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I think can hardly be before Monday, and the feelings which have been excited week. It will be convenient for me to on this subject, it would not be better to enter into a discussion on Monday next; conciliate rather than to aggravate those and if the noble Marquess thinks it feelings by the consideration of questions is necessary to raise a discussion, I can- bearing on the past; whether such a course not at all object to his bringing his Reso- would not better suit his views and those of lution forward on Monday next. But at other noble Lords acting with him; and the same time I must say I am quite whether it would not be more conducive to ready, if the House thinks fit, to adopt the good feeling of this House that such a such a Resolution as shall faithfully ex- Resolution should be adopted, rather than press the opinion of this House and the that an Amendment should be moved of a country with regard to the course of future character which would lead to a long and policy; and I am not prepared to call on acrimonious discussion. those noble Lords who, adhering to the The MARQUESS of CLANRICARDE present policy and determined fairly and said, he was sure the noble Earl would candidly to carry it out, entertain still the not expect him at once to adopt the sugopinion which they previously entertained gestion he had made, and which rather with regard to the policy of the original took him by surprise. He did not think measure— I am not prepared, I say, to call that any opposition, or rather he should upon them to sanction a Resolution which say hesitation, would have been shown by shall express opinions with regard to the the noble Earl to adopt the words which past not in accordance with their own he (the Marquess of Clanricarde) certainly views. But if the noble Marquess is satis- thought were frankly, fairly, and volunfied with a Resolution-I am not now tarily adopted by the noble Earl's colspeaking of any particular form of words leagues in another place. He saw great -which fairly adopts the recently estab-inconvenience in a Resolution being adoptlished policy for the future, I am quite ed by this House different from that of prepared to concur with him as to the form the other House. He would not, however, of words which should be introduced; and enter on the subject now, nor would he that they shall be as binding as the most express any decided opinion on the subcordial advocate of free trade can desire. ject; but this he would say, with reference I am quite prepared to concur with the to something that fell from the noble Earl, noble Marquess and other poble Lords on that it should not be the fault of him (the the other side of the House in passing a Marquess of Clanricarde) if any wrangResolution which should be in terms some-lings, unpleasant altercations, or discusthing like these : - “ That this House sions arose in that House in discussing thankfully acknowledges the general pros- that question. He wished to bring forperity of the country; and, recognising the ward the question wholly and solely on evils of frequent changes in the financial large principles, and in such a manner as system of the country, is prepared to ac- he thought was due to this House and to cept and adhere to the commercial system so important a matter. recently established, with a view to its The Earl of DERBY: With regard to being fully maintained and carried into a Resolution in the other House of Parliaeffect.” I do not desire at this moment ment, the House will be aware that the to bind myself or noble Lords to any par- Resolution which was adopted and sancticular words; but such a Resolution, I tioned by a very large majority, was not a think, would entirely satisfy those who only Resolution proposed by either side of the desire to have a security for the future; House, but one which was accepted as a and I confess I think it would be more compromise between extreme opinions, and satisfactory to your Lordships' House, and which it was hoped would lead to a satisto the country generally, that such a Reso factory adjustment. But as the noble lution should be come to by your Lord. Marquess wishes to take into consideration ships, rather than have discussions, wrang- the suggestion 1 have thrown out, perhaps lings, and altercations with reference to he will abstain from placing any notice on particular terms or words, which I am the books at present; and perhaps on bound to say I do not think reflect any Thursday he will say what course be invery great credit on the proceedings of the tends to pursue. If he thinks it fit to Legislature. I submit to the considera- persevere with his Motion, it will then be tion of the noble Marquess, whether, look- my duty to offer an Amendment; and he ing to the future policy of the country, will then perhaps not have any objection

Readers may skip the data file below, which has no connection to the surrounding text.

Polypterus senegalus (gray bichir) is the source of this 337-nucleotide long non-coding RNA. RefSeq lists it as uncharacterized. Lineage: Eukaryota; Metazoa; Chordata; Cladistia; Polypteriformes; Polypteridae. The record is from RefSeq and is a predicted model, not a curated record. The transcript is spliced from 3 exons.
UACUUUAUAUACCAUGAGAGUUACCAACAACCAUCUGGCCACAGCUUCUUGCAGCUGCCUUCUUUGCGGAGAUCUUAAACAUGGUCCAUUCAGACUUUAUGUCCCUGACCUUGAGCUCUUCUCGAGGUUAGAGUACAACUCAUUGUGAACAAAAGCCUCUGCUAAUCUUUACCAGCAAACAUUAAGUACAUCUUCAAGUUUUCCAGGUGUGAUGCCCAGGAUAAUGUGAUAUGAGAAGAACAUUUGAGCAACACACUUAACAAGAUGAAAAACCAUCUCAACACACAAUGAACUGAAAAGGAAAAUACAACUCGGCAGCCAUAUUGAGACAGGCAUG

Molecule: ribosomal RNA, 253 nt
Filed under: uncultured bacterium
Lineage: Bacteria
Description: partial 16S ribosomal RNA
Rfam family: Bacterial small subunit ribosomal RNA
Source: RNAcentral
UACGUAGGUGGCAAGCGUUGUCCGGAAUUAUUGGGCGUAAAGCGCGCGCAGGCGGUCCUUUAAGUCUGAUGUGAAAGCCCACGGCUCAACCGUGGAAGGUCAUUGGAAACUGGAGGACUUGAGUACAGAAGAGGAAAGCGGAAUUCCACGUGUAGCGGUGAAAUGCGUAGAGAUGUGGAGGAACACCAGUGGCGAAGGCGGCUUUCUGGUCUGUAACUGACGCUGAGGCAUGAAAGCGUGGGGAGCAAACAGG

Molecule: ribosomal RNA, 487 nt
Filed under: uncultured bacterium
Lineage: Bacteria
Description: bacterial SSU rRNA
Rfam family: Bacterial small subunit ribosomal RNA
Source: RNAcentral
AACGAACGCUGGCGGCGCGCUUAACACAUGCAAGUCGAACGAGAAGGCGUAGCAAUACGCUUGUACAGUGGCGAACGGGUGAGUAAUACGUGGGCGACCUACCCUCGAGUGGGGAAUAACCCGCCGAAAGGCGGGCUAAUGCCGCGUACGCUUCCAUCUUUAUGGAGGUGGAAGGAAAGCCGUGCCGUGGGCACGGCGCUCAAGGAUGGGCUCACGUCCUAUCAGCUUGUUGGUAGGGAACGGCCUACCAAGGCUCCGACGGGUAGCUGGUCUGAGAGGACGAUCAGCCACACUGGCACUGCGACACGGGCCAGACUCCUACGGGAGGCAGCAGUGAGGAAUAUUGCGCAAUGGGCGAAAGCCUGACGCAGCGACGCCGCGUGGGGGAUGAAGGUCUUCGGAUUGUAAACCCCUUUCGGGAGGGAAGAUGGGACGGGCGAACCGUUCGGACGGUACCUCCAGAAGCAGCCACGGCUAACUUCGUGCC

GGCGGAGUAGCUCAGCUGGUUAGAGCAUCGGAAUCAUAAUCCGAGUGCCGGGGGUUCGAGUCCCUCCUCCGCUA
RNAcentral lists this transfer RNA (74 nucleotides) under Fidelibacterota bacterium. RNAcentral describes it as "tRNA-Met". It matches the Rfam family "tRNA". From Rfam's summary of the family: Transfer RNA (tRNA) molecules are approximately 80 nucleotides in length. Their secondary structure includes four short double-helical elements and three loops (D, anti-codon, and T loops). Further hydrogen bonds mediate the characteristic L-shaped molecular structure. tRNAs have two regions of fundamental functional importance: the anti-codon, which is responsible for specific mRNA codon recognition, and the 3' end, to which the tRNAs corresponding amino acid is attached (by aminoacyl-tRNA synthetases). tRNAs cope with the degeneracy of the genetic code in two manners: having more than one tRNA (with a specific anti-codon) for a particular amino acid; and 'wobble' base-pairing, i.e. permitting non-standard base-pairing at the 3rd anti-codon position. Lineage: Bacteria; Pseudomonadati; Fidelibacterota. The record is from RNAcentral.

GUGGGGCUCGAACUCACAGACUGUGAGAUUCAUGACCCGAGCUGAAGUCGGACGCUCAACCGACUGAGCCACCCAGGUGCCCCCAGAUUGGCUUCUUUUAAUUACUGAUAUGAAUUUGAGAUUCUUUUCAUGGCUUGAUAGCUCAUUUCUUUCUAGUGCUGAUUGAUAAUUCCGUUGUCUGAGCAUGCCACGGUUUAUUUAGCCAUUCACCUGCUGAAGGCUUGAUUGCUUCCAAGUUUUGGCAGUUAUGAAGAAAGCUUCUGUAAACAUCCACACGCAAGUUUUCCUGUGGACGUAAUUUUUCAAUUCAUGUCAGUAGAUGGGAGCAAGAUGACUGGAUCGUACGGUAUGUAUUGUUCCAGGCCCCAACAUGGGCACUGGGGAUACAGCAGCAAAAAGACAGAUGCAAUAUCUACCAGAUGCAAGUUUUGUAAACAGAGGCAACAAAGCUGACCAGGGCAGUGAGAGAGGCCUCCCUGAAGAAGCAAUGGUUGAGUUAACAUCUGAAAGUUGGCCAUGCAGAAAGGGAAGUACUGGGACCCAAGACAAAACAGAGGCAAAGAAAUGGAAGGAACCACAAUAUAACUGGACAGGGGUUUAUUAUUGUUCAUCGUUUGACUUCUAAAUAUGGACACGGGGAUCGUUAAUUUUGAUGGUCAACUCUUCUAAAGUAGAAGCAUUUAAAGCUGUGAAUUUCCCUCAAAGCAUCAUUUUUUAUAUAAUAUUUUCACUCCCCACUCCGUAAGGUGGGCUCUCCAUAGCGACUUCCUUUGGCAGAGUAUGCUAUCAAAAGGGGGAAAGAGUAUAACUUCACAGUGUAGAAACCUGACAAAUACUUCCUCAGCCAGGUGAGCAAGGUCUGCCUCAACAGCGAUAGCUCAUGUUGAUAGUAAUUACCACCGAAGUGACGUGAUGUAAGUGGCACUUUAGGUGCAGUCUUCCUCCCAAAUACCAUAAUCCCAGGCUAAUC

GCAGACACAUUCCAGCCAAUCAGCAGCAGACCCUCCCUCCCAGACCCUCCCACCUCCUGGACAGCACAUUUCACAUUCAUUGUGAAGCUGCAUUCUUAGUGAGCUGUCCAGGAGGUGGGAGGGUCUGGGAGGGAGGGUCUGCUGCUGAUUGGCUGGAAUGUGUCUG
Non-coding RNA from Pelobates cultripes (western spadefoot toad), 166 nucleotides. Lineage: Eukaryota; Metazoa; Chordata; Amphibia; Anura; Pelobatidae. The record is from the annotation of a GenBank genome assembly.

to give some further notice-say from